Nehemiah Cruises To All-Time World Best In 1979

Celebrating A Century of NCAA Track & Field Championships

Nehemiah Cruises To All-Time World Best In 1979

June 1, 1979

Renaldo Nehemiah of Maryland was already the world record holder when he won his only NCAA title in the 110 Meter Hurdles at the 1979 NCAA Division I Outdoor Track & Field Championships by a record margin of 0.64 seconds in a wind-aided 12.91, merely the fastest mark ever recorded under any conditions in world history.

Nehemiah was the clear favorite – having twice broken the world record earlier in the spring, lowering it to an eventual 13.00 – but the winning margin wasn’t supposed to be as large as what occurred. That’s because the race was a rematch of the thrilling NCAA 110H final from the previous year, where UCLA’s Greg Foster set a then-American record of 13.22 to edge a freshman Nehemiah, who clocked a world U20 record of 13.27.

In 1979, though a stiff, aiding wind (+3.5 m/s) gave the hurdlers issues as it pushed them close to the barriers. Nehemiah led by inches when disaster struck Foster, who crashed the sixth crossbar hard enough to break it. Foster eventually had to stop as Nehemiah cruised to an unexpectedly easy win in 12.91 (Ohio State’s Dan Oliver finished second in 13.55).

“I was not aggressive over the last three hurdles because of the wind,” said Nehemiah, a native of Scotch Plains, New Jersey. “I was afraid of it making me fall. It can throw you off and cause you to lose it.”

As Jim Dunaway of Track & Field News reported, the wind affected both stars. “I felt good over the first five hurdles,” Foster said. “Coming off 5, the wind pushed me a little and I got too close.”

P.S. – Renaldo Nehemiah’s 110H collegiate record of 13.00 lasted 40 years until Florida’s Grant Holloway broke it last year with a blistering 12.98 at the 2019 NCAA Division I Outdoor Track & Field Championships.

posted: August 3, 2020
1921-2021
The NCAA's First Championships

The NCAA and collegiate track & field will mark a momentous milestone in the spring of 2021 -- the 100th anniversary of the NCAA Championships and with that, the NCAA Track & Field Championships. In June 1921, the University of Chicago hosted the first track & field championships in NCAA history.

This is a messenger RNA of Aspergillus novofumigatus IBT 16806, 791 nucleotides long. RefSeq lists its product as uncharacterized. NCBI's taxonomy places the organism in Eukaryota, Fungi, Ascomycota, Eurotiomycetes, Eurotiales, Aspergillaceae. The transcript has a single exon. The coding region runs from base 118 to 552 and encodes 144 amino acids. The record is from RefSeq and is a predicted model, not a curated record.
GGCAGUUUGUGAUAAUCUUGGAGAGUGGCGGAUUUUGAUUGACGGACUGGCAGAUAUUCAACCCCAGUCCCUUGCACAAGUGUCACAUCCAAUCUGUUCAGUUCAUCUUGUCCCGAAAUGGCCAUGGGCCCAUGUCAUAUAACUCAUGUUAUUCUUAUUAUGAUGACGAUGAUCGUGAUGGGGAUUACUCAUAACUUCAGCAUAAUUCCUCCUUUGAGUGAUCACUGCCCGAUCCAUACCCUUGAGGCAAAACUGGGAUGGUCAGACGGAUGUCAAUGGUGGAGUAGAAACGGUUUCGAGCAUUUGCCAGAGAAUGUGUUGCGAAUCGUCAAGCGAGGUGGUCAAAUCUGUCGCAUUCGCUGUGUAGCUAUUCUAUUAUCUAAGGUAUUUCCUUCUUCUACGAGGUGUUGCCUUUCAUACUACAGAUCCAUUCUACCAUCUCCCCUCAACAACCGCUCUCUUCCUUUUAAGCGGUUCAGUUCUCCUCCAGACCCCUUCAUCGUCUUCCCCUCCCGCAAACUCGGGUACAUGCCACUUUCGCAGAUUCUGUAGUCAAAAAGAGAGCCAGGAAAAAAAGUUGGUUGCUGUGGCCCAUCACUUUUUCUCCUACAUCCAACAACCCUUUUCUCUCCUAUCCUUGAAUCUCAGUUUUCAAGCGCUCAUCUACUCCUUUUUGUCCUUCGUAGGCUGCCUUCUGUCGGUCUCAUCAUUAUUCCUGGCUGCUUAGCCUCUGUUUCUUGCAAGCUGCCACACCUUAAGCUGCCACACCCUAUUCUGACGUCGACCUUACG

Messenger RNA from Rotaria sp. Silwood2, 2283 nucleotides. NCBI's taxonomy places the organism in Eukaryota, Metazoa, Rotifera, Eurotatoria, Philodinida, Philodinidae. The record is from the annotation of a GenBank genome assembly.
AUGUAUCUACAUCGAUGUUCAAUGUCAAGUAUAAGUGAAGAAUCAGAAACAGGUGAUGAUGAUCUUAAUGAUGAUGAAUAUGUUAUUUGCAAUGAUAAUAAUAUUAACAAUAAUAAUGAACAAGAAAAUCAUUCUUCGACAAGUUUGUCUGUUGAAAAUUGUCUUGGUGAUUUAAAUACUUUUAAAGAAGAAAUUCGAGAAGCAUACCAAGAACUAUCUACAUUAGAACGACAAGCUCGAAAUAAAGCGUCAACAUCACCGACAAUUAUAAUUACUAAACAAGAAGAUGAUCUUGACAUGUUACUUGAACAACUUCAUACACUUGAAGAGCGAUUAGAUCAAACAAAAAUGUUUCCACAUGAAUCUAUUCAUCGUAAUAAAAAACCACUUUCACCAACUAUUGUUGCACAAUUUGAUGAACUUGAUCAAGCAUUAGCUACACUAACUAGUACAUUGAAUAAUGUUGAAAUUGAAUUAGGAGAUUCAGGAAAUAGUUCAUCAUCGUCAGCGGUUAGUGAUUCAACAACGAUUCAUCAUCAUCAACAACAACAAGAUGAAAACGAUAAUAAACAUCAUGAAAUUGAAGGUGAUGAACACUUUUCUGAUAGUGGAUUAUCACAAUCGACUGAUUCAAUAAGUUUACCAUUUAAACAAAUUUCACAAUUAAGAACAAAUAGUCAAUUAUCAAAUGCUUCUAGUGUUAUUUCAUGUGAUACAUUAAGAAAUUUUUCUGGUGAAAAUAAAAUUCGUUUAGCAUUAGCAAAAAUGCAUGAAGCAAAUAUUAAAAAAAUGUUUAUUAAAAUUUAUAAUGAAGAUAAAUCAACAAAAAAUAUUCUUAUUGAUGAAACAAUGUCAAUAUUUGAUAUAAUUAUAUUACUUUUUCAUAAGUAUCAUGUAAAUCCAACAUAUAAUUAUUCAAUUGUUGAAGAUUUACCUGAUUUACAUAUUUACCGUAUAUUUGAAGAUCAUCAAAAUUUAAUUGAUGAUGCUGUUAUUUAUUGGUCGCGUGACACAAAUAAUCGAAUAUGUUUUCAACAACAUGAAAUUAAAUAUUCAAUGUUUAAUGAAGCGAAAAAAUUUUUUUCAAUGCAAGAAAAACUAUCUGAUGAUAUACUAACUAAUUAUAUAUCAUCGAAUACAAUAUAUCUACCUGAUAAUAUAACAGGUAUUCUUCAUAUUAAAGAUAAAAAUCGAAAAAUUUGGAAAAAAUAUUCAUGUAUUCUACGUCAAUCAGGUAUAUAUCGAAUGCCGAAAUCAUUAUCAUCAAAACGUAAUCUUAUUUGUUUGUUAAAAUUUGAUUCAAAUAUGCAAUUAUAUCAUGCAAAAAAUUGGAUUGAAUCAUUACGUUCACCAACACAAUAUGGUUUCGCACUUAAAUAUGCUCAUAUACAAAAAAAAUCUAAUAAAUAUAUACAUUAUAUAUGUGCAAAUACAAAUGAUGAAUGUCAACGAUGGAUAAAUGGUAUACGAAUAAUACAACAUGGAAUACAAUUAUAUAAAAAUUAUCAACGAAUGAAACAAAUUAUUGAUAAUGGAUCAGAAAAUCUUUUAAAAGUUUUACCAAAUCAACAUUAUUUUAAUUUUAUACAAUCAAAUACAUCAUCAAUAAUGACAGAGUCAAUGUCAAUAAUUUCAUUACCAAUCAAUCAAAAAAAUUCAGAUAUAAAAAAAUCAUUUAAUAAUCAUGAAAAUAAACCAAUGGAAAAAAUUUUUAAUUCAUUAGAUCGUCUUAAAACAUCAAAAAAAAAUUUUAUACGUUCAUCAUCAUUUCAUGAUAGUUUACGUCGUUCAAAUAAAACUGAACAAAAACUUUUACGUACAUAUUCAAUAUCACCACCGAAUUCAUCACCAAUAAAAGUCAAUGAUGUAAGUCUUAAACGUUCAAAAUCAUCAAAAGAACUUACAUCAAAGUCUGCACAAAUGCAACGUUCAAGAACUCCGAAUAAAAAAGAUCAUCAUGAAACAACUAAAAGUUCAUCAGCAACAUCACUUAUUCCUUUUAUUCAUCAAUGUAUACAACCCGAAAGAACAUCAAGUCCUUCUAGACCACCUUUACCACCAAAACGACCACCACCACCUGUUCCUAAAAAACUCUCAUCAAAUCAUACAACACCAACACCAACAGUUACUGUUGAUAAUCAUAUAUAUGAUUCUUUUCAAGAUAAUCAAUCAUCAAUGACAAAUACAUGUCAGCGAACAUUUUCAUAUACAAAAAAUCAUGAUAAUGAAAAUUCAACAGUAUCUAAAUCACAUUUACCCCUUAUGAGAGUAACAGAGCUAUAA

This point can’t be emphasized enough: Not only was the event the first for NCAA track & field, but the first championships for any sport under the sponsorship of the NCAA.

To celebrate, over each of the next 365 days, the U.S. Track & Field and Cross Country Coaches Association (USTFCCCA) will celebrate moments, student-athletes, and coaches that have made a century’s worth of championships special. From humble beginnings to important historical milestones to the modern-day, collegiate track & field has evolved with the American society.

The 2021 edition of the NCAA Division I Outdoor Track & Field Championships begin with preliminary round action on May 27-29 in Jacksonville, Fla., and College Station, Texas. The championships final site and culmination of the celebration is slated for June 9-12, 2021 at the newly rebuilt Hayward Field in Eugene, Ore.

Memorable Moments
Fosbury Flopped To High Jump Glory

Dick Fosbury, creator of the “Fosbury Flop,” won back-to-back high jump titles at the NCAA Outdoor Championships in 1968 and 1969 with meet records in both years.

X-Man Reigned At 2006 NCAA Meet

Xavier Carter won four national titles at the 2006 NCAA Division I Outdoor Track & Field Championships, completing the only 100-400 sweep and helping the title-winning 4×100 and 4×400 relay teams.

What A Finish In The 1500 Meters!
June 7, 2019

Yared Nuguse of Notre Dame beat Justine Kiprotich of Michigan State by 0.003 seconds for the 1500-meter title at the 2019 NCAA Division I Outdoor Track & Field Championships.